Tuesday, July 28, 2009

Honest Day's Pay for an Honest Day's Labor.

I'm sure many of you are familiar with the parable in Matthew Chapter 20. The owner of a vineyard goes into the marketplace to hire workers, early in the morning and offers to pay them 1 denarii for the days work. Then three hours later he goes back to the market place and hires more workers, and tells them he will pay them what is fair. At the eleventh hour he goes again and hires more workers, telling them he will pay what is fair. So this last group only worked 1 hour, then go to receive their pay, and gets 1 denarii. Then the second group goes, and gets 1 denarii. The first group watch and assume that they will get more, because they worked all day, but receives 1 denarii. This parable shows an interest side of grace. Our age at the time of salvation is irrelevant, the time and culture that we live in when we are saved is irrelevant the reward is the same for all. Whether you become a Christian 50 years before you die, or 1 week your reward is the same, whether you are persecuted for your belief, because of your culture, or if it is accepted in your culture, the reward is the same. This is an awesome principle, because the reward is great, but you don't have to compete with those around you to attain it first, because it is the same for all who surrender their lives to Christ Jesus.


I was reading in Matthew chapter 1 earlier this week and going through the genealogy of Christ, which normally I would skip or skim quickly through all he begats. But something that stood out to me is one of the first people mentioned is Rahab. If you remember Rahab was a prostitute in the city of Jericho, her and her family the only ones spared in the city, because she hid the Israelite spies. This points out one of the very coolest aspects of grace in my opinion, which is that no matter what your past mistakes are, at any point that you come to Christ, he not only cleans you up and saves you but he gives you a purpose. Even a pagan prostitute was used by God, and for her faith, she was allowed to be listed as an ancestor of the messiah.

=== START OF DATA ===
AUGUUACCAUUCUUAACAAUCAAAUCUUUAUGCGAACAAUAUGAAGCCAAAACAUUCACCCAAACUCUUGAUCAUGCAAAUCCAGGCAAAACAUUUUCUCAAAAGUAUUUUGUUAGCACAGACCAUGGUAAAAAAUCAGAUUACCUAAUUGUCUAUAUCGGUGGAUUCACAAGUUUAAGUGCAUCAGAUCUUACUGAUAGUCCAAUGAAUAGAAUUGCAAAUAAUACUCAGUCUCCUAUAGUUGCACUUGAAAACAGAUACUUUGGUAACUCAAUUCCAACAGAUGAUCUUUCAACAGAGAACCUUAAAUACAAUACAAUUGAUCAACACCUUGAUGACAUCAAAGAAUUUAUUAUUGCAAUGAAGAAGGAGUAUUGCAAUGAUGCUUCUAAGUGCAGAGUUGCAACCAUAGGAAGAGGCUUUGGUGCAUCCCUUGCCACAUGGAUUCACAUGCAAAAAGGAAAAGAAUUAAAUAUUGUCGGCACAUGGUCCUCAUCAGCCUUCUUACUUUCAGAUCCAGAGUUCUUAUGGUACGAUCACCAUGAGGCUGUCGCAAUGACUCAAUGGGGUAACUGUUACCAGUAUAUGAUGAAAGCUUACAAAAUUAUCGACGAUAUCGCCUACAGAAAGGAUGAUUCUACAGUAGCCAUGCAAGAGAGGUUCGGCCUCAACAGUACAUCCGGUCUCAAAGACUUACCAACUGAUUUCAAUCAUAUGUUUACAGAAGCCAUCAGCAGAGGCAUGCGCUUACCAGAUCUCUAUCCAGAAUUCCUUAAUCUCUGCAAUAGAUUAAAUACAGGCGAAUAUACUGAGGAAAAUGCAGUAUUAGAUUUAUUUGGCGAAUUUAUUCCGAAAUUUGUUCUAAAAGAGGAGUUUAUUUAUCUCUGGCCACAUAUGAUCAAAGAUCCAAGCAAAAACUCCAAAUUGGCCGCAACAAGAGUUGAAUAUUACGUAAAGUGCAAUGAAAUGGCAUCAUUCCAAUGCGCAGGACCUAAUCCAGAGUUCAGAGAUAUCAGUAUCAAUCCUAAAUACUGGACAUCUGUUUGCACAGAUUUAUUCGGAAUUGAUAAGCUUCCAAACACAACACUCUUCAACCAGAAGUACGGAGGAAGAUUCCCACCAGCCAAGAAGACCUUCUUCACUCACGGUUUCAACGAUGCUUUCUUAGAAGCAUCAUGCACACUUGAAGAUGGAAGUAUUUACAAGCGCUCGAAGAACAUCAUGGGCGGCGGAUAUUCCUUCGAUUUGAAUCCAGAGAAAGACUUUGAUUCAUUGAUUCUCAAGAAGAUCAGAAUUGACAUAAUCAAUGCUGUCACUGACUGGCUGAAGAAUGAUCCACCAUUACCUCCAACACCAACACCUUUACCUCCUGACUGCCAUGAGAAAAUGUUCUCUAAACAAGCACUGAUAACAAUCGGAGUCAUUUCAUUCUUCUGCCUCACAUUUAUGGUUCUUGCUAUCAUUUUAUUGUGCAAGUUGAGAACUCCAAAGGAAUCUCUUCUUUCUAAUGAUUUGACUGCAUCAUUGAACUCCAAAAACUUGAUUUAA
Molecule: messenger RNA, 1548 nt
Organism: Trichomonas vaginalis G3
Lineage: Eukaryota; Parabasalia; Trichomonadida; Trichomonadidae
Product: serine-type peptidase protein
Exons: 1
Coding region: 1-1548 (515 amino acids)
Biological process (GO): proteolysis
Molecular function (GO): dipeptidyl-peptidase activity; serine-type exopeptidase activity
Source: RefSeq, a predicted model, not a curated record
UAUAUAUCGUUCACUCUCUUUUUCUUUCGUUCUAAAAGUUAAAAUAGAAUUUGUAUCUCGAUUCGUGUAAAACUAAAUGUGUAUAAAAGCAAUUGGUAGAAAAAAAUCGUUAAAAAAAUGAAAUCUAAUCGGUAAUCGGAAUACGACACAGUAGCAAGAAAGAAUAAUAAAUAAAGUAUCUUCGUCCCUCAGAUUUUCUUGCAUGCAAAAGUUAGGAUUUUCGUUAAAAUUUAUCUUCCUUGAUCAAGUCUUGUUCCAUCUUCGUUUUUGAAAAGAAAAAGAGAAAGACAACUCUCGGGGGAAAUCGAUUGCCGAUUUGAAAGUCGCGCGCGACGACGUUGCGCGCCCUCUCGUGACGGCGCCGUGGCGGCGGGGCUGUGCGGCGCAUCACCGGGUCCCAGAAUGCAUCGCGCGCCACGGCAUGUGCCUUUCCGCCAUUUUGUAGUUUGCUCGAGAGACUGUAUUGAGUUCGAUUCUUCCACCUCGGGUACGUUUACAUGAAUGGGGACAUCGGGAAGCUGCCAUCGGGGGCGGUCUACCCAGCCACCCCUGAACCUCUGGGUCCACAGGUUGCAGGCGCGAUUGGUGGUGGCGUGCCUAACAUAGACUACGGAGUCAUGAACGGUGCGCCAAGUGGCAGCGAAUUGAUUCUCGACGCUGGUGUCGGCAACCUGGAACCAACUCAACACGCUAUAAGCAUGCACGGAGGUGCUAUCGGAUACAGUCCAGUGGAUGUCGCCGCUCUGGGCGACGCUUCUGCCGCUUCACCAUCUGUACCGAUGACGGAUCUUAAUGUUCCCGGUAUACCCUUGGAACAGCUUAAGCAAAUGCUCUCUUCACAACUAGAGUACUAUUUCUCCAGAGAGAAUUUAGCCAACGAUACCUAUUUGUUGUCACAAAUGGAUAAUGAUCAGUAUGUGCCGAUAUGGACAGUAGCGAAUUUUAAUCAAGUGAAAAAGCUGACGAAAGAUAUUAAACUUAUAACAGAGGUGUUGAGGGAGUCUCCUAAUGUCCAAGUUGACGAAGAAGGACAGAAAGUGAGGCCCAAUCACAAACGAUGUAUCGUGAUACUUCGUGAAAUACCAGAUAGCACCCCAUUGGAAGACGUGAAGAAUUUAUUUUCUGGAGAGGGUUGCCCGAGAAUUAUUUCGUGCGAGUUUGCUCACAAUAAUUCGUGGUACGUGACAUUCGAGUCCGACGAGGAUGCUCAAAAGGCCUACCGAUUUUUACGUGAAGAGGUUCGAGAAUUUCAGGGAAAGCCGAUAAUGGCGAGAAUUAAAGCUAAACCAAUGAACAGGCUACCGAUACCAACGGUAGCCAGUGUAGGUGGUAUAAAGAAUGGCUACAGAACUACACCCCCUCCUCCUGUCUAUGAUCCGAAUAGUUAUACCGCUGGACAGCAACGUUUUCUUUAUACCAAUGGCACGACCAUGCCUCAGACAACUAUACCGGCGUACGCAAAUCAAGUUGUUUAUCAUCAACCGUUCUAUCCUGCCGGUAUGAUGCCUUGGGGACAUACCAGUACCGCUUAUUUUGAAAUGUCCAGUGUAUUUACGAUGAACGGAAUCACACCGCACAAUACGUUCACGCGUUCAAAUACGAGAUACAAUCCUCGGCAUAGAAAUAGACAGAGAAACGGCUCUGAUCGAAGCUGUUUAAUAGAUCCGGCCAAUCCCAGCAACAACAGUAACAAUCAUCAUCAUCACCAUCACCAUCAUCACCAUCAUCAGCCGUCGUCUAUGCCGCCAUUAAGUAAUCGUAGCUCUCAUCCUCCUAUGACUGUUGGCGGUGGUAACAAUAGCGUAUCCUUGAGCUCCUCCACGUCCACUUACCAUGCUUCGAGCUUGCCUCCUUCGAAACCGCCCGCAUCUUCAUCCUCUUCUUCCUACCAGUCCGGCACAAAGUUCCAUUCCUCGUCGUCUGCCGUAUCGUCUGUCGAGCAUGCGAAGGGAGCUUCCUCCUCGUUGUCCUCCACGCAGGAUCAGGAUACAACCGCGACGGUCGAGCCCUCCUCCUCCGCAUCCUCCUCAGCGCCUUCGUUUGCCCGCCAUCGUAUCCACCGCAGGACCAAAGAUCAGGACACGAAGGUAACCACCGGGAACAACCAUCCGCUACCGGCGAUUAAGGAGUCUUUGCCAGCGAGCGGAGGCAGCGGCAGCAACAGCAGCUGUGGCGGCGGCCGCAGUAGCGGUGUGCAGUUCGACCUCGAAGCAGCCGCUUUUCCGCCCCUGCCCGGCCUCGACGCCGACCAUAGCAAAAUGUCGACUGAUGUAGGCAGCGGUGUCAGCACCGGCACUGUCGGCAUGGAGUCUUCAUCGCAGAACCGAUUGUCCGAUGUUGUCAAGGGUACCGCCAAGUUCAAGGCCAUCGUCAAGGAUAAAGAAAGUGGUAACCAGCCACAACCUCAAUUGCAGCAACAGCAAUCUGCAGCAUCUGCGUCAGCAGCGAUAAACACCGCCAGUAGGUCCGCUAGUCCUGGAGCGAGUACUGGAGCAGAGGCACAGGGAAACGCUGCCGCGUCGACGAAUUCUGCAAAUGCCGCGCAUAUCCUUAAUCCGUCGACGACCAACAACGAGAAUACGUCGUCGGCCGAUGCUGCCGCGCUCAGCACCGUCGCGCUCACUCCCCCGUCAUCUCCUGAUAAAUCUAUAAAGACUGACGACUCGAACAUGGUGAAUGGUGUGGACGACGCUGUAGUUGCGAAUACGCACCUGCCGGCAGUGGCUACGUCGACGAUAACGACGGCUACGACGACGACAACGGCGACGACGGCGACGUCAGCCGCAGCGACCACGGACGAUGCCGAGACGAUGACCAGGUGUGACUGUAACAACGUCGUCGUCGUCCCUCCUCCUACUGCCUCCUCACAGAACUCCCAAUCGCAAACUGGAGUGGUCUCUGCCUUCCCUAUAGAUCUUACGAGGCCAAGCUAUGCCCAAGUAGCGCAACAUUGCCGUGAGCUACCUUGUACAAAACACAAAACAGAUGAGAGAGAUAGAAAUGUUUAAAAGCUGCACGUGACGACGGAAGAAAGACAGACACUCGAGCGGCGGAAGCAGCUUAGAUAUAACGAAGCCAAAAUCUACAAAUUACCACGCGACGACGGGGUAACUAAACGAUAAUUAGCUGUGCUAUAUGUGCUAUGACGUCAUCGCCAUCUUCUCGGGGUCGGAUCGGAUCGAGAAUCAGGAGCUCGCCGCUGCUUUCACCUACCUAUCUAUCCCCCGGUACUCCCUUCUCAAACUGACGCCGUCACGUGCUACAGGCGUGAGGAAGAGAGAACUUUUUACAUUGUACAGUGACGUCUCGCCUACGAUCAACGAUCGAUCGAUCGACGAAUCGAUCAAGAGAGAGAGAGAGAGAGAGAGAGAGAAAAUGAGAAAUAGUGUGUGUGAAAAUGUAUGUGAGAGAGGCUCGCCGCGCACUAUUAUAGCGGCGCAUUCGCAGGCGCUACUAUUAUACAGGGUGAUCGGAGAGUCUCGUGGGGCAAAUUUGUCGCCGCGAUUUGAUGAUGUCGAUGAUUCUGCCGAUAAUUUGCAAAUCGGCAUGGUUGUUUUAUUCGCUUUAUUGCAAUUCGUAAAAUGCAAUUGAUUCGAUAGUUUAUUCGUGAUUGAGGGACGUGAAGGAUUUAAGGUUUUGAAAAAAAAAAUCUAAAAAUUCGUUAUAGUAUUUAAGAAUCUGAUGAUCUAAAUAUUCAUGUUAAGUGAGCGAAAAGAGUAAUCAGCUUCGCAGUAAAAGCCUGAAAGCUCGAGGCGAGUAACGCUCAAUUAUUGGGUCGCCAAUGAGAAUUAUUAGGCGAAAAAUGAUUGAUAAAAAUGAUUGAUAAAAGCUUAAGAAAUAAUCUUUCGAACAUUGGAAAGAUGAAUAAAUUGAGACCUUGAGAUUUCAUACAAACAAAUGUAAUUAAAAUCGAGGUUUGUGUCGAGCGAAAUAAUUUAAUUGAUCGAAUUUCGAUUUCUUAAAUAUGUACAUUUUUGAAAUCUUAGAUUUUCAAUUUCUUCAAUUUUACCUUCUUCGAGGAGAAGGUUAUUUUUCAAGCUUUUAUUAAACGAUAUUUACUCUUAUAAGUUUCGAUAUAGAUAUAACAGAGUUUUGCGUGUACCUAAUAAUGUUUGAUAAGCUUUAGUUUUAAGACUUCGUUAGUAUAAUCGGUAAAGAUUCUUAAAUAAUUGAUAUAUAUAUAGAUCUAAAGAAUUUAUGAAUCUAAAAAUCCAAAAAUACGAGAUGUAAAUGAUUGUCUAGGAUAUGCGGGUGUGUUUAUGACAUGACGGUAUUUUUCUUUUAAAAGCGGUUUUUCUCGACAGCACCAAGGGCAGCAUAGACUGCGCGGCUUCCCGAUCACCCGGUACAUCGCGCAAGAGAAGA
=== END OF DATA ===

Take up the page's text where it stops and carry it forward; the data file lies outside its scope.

A Lesson from Nature

One of the many things that constantly amazes me is when I look at something in nature and see how it reflects how our spiritual life should look like, or in some way mirrors our spiritual life.
Have you ever wondered why bugs, are attracted to lights. It is often this attraction that kills them, whether from the heat, or simply being congregated around the light making them easy prey for toads. I was thinking about this and realized it is a perfect metaphor for humans and our savior Jesus Christ. We also must go to the light, and die. We can not follow Christ if we will not take up our crosses daily.

Friday, July 17, 2009

Romans 12:4-5

For we have many members in our bodies, but not all members have the same function, 5 So we being many are one body in Christ, and individually members of one another.

I combined four and five, because I did not want to separate a sentence.
I like the comparison of the Church to a body, because of it's many applications, from the dependance of one Christian on the others, to the importance of unity. Here the meaning is greater if you view the verse in light of the previous verse. This explains why it is necessary that no one be conceited.
I also think that "individually members of one another," is a challenge for us to share life together, we need to do more than have the model church conversation: church goer 1: Hi, How are you?